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The Brits On Broadway

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The Brits On Broadway#1
Posted: 10/8/08 at 8:23am
The Brits On Broadway

West End dramas and musicals area again the rage in New York, an American opera has a UK director and a Brit is running the Museum Of Modern Art.

According to Eleanor Roosevelt, 'No one can make you feel inferior without your consent'. The former First Lady made her remark in a different context, but her words resonate today as aBritish art and entertainment again dominate New Yorks cultural scene. For some American commentators it is as if there is still a collective colonial hangover in Manhattan, with audiences happy to prize talent from across the Atlantic above anything of their own,
Broadway's theatres are packed with UK drama, British music, British performers, even British history. The statistics match even the peaks charted in recent years. As Harry Potters alter ego, Daniel Radcliffe, triumphs in Peter Schaffers 'Equus' -directed by fellow Brit, Thea Sharrock- could there be more hardcore products for committed anglophiles than Maria Aitken's 'The 39 Steps', the high farce of 'Boeing Boeing' or Robert Bolt's deft appreciation of of Tudor dialogue in 'A Man For All Seasons'?
All of them are packing them in on Broadway. In fact culture, in the broader sense, blown in from England has never been held in higher esteem. The next two weeks will prove a point when British filmmaker Penny Woolcock makes her opera directing debut at the Met with a new production of 'Dr Atomic'. Meanwhile, on Fifth Ave, the Oxford educated Brit Thomas P.Campbell, is preparing to take over as director of the Metropolitan Museum Of Art.
But this newest surge of the British artistic invasion is not just for the high-brow, Next month New Yorkers will have the chance to watch as police riot shields flash and donkey jackets rip in a violent recreation of a minors strike riot in the Broadway production of the hit musical 'Billy Elliot', set in County Durham in the mid 1980s'.
The show is directed by Stephen Daldry, who also made the movie, and should ne be lucky enough to win good notices again, the excitement of the opening week may very well give him a sense of deja vu. Fourteen years ago he was hailed as a theatrical genius in the earliest of all the recent waves of British entertainment to hit Broadway. His production of 'An Inspector Calls' was given an almost unprecedentedly good reception. The praise heaped on his reimagining of a 1945 play set Edwardian England managed to almost entirely overshadow rival British production of Jim Cartwright's 'THe Rise And Fall Of Little Voice', already a winner of an Olivier Award in London.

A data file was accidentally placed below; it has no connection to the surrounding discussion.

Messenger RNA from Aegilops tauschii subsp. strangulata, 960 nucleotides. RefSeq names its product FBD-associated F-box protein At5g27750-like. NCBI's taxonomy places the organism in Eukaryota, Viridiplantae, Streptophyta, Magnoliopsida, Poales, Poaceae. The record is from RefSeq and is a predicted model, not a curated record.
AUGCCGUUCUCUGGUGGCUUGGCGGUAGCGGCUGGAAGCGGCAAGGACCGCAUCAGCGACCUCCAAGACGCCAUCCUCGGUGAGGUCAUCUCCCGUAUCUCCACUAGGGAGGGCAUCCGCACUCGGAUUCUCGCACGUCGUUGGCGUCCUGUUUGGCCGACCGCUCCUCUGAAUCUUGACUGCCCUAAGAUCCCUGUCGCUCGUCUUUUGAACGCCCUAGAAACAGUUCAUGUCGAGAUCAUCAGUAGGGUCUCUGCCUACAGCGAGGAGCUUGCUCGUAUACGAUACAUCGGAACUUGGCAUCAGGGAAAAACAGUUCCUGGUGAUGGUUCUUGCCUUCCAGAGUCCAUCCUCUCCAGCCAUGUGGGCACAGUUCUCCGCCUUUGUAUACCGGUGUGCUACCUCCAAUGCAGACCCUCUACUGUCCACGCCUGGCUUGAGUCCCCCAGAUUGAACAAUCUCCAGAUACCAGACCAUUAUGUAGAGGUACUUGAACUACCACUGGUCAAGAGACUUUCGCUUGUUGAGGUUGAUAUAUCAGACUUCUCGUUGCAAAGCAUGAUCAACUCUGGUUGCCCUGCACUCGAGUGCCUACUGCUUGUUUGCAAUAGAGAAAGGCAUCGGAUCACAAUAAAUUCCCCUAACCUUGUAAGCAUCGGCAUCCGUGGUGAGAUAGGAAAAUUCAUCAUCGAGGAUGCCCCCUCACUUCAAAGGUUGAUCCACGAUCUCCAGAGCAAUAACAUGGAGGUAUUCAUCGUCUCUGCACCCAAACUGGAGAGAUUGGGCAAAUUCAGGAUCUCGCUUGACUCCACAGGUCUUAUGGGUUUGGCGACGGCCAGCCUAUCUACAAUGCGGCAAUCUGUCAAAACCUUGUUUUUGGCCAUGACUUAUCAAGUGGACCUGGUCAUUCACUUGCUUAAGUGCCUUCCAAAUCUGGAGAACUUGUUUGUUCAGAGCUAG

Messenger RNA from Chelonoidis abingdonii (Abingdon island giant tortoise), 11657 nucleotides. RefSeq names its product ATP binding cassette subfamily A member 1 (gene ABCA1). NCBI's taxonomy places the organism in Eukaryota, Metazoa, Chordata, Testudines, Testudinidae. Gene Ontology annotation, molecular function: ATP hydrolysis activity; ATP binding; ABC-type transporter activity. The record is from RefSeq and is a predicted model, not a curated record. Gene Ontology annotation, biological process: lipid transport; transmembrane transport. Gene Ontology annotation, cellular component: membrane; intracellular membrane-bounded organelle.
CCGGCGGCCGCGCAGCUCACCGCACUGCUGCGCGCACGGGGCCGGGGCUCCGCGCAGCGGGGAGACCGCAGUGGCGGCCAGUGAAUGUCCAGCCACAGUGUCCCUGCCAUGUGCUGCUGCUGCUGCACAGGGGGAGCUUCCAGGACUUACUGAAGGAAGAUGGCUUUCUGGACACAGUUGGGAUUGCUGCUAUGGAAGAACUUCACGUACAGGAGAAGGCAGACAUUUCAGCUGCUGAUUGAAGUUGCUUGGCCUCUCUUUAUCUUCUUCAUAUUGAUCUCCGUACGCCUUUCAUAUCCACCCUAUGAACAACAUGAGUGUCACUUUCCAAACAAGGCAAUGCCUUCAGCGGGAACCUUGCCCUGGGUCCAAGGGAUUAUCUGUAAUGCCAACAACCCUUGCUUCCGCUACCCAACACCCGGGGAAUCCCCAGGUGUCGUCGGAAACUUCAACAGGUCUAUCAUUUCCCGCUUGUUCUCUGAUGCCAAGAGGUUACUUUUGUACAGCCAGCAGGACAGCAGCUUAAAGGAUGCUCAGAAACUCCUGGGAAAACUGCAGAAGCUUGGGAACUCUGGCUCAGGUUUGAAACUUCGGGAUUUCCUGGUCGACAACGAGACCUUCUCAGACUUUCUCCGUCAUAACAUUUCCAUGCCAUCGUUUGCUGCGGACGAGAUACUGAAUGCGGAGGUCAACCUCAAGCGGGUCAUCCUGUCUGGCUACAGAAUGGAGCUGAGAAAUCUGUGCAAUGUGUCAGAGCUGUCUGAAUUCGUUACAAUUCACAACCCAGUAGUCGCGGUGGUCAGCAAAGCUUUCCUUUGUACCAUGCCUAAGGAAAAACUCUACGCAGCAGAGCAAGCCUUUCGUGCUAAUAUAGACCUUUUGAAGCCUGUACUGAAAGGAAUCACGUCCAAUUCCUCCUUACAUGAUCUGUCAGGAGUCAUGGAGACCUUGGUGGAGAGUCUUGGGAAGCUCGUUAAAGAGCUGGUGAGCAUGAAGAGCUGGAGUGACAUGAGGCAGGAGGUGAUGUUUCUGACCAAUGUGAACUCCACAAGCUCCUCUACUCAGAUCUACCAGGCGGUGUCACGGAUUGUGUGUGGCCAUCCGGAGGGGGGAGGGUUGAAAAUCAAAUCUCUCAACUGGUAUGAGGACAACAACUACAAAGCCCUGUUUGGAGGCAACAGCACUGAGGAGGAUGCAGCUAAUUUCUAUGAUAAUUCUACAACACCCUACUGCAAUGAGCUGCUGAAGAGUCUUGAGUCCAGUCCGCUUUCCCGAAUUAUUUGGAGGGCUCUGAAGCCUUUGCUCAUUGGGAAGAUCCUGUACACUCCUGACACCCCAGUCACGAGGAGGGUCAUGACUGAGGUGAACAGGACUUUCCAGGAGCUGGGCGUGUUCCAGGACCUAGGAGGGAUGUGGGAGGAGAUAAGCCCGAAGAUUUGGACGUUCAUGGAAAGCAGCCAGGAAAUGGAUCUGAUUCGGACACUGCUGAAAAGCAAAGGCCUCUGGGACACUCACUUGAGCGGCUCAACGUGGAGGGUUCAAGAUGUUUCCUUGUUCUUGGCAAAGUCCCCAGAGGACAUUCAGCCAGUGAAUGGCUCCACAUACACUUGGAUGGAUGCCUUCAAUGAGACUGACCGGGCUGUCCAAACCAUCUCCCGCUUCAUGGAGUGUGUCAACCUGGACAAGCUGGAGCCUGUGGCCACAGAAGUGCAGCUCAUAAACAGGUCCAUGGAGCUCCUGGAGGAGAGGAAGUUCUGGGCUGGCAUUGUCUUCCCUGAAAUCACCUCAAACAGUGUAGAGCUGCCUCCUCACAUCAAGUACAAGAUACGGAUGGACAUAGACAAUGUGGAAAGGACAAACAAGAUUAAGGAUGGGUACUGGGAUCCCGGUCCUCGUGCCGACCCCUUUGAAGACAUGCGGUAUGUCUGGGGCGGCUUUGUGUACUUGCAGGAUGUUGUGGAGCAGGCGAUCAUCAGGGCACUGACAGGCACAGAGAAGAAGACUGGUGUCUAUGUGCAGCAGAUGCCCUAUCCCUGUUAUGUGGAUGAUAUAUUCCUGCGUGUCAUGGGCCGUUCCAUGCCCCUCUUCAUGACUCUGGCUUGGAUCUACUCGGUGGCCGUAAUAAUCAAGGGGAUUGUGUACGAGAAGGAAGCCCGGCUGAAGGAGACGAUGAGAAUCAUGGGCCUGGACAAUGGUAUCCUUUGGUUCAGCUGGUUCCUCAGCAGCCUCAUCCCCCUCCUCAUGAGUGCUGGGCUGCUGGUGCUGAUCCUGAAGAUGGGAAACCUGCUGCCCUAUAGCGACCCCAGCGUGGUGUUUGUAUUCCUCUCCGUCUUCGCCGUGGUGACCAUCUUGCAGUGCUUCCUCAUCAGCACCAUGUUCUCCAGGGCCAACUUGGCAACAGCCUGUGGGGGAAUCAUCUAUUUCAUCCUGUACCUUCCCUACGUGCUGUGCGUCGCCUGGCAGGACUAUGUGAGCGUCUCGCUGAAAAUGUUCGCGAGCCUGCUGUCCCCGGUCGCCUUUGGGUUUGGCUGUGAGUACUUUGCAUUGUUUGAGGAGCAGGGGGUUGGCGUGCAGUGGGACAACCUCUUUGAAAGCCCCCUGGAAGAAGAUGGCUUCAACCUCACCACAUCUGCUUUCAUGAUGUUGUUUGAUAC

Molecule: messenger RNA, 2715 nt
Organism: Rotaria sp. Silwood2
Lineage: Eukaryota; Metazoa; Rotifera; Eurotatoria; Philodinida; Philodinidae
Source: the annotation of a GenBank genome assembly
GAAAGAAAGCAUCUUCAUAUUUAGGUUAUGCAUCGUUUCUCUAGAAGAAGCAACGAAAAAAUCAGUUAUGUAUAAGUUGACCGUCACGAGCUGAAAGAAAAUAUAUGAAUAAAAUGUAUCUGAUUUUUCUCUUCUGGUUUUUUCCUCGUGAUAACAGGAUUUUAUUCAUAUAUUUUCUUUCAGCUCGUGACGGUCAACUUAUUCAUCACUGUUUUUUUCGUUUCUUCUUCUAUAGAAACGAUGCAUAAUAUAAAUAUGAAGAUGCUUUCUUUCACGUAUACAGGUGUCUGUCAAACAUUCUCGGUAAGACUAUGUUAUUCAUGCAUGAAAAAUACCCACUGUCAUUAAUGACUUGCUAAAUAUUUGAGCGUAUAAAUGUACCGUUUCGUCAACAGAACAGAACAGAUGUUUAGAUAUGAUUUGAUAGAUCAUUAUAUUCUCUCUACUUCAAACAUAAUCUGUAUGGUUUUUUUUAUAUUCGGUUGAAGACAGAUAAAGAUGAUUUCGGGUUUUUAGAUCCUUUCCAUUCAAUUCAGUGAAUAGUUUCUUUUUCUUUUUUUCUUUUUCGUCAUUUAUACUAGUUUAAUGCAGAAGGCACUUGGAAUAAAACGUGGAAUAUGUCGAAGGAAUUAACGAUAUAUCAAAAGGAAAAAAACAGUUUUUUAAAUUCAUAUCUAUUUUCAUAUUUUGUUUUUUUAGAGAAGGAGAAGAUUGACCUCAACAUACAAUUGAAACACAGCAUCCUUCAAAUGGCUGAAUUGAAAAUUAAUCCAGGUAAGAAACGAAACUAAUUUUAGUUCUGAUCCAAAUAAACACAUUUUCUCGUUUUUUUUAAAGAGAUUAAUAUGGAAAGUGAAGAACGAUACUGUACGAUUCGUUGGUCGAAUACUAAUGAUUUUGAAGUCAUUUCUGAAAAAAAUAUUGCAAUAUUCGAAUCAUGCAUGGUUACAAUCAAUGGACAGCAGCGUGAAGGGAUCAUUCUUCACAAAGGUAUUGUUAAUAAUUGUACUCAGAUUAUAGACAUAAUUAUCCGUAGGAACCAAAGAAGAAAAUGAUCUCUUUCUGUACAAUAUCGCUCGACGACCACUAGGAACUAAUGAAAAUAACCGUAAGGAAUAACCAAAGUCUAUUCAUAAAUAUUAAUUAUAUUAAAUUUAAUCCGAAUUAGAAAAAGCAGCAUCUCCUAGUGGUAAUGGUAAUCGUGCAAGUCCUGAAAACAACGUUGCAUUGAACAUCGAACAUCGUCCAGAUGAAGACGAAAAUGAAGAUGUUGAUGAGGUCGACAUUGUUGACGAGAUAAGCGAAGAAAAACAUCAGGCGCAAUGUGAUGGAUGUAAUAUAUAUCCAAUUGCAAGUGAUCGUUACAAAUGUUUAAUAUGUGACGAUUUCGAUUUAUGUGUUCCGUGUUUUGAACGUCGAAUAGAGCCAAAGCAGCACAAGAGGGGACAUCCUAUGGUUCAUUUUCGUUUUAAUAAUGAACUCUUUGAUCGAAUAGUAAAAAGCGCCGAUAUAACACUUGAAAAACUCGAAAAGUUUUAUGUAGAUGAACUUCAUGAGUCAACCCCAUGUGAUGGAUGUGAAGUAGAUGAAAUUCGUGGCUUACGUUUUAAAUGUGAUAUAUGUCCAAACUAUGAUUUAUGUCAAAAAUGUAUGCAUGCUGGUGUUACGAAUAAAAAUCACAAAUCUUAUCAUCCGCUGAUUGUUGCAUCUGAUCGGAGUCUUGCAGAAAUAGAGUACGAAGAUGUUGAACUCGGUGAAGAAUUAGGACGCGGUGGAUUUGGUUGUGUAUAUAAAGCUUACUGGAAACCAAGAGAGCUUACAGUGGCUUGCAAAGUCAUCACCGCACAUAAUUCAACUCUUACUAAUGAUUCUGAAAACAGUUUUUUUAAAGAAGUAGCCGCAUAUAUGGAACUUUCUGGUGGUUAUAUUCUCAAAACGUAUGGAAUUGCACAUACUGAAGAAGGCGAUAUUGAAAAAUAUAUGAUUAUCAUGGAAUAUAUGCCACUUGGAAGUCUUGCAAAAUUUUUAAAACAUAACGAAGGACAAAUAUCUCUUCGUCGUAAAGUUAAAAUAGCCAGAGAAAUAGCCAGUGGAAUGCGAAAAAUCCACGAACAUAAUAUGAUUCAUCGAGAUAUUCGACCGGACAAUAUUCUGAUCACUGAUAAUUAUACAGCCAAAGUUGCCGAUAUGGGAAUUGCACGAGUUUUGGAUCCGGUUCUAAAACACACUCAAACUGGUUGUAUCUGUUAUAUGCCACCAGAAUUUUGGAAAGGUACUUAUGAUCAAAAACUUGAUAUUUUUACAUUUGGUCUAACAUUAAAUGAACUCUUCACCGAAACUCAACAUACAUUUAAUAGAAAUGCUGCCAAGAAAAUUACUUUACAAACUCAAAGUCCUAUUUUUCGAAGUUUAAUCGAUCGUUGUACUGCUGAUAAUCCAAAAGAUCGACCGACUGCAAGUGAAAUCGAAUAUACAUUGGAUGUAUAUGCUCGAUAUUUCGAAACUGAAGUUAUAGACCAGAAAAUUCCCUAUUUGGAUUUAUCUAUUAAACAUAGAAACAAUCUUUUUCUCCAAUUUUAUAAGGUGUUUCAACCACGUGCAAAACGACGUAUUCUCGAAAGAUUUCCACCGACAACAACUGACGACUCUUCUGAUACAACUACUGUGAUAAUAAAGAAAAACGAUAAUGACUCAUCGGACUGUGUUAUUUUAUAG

The success of these plays and those that came in their wake, whetted the appetite for British talent. In 1999 the line up of shows brought in from London was so overwhelming that one New York writer set himself the task of living for a whole weekend entirely on British food and drink, while ricocheting from one auditorium to the next. That year he could have chosen between acclaimed productions of David Hares 'Amy's View' and 'Via Dolorosa', Patrick marbers'Closer and Connor McPherson's 'The Weir' -plus adding insult to injury, of two American plays, 'The Iceman Cometh' by Eugene O'Neil and Tennessee Williams's rediscovered 'Not About Nightingales'.
It has been excepted in New York that many of the big theatrical events of the season, those with the most kudos, like, for example, the opening of Hares 'Vertical Hour'in 2006, will have been shipped in, first class, from London.
"The war of American Independance was lost on Broadway,'John Heilpern, theatre critic ofthe New York Observer said this weekend. 'Brits on the Anglophile Great White Way are as normal as apple pie. As Wall Street goes down the toilet, it's as well to remember that people like to go shopping and New York theatre producers go shopping in London's West End to bring back the goods (or the proven hit) along with the Turnbull And Asser shirts.